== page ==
Renewable energy professor big on cellulosic ethanol

Last week, ethanol was a big story on 60 Minutes. As a follow-up, the Energy Stock Blog has an interview with Professor Daniel Kammen, the founding director of The Renewable and Appropriate Energy Laboratory at Berkeley. On the ESB, Kammen says that while ethanol is a short-term solution, the future does not belong to hydrogen but to cellulosic ethanol. Kammen expects cellulosic ethanol will make up between one third and one half of our total gasoline one day, and that E85 will be 15 percent of U.S. transport fuels in the next few years.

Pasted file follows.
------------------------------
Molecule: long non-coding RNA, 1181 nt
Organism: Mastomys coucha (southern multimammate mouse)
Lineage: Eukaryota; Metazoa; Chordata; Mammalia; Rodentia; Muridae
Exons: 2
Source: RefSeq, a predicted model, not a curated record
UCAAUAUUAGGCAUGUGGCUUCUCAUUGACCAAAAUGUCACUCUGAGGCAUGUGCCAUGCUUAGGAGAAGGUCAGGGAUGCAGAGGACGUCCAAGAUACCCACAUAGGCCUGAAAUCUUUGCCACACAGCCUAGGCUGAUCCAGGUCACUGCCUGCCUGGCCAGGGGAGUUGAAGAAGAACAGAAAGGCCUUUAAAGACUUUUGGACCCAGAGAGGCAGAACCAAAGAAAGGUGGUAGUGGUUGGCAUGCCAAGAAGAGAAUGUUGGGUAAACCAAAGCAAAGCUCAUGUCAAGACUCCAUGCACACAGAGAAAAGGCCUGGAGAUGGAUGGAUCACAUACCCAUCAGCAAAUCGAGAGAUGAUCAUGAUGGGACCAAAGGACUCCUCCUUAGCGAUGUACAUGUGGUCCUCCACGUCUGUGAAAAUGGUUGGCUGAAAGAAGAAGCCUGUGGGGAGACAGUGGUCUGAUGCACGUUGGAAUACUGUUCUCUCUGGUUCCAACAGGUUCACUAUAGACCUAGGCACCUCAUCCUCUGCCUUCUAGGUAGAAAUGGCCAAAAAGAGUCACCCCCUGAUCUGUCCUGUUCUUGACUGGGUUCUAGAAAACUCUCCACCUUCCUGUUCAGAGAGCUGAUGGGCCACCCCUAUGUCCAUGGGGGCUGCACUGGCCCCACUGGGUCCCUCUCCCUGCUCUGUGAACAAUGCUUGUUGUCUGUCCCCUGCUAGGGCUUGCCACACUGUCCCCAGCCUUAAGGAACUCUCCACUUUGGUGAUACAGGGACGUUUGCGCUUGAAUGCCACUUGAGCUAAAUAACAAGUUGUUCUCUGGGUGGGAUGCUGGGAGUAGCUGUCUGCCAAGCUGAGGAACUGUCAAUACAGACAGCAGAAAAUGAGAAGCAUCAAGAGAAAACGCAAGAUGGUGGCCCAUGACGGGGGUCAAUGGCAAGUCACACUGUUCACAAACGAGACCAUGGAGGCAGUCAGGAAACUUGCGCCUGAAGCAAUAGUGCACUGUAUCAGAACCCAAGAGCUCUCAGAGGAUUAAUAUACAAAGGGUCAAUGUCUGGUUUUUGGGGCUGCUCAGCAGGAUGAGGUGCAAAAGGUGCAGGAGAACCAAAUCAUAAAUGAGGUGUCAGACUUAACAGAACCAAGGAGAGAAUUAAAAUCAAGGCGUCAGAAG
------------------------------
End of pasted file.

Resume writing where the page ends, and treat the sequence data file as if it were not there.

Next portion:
Cellulosic ethanol
is ethanol made not from edible substances like corn or soybeans, but the cellulose in plants. Cellulose is present in all parts of plants, which means all parts of a plant can be turned into ethanol and results in higher yields per acre. Cellulosic ethanol is still an emerging technology and is available commercially only in limited areas.  You can see and read more about the original 60 Minutes piece here.

[Source: Energy Stock Blog]

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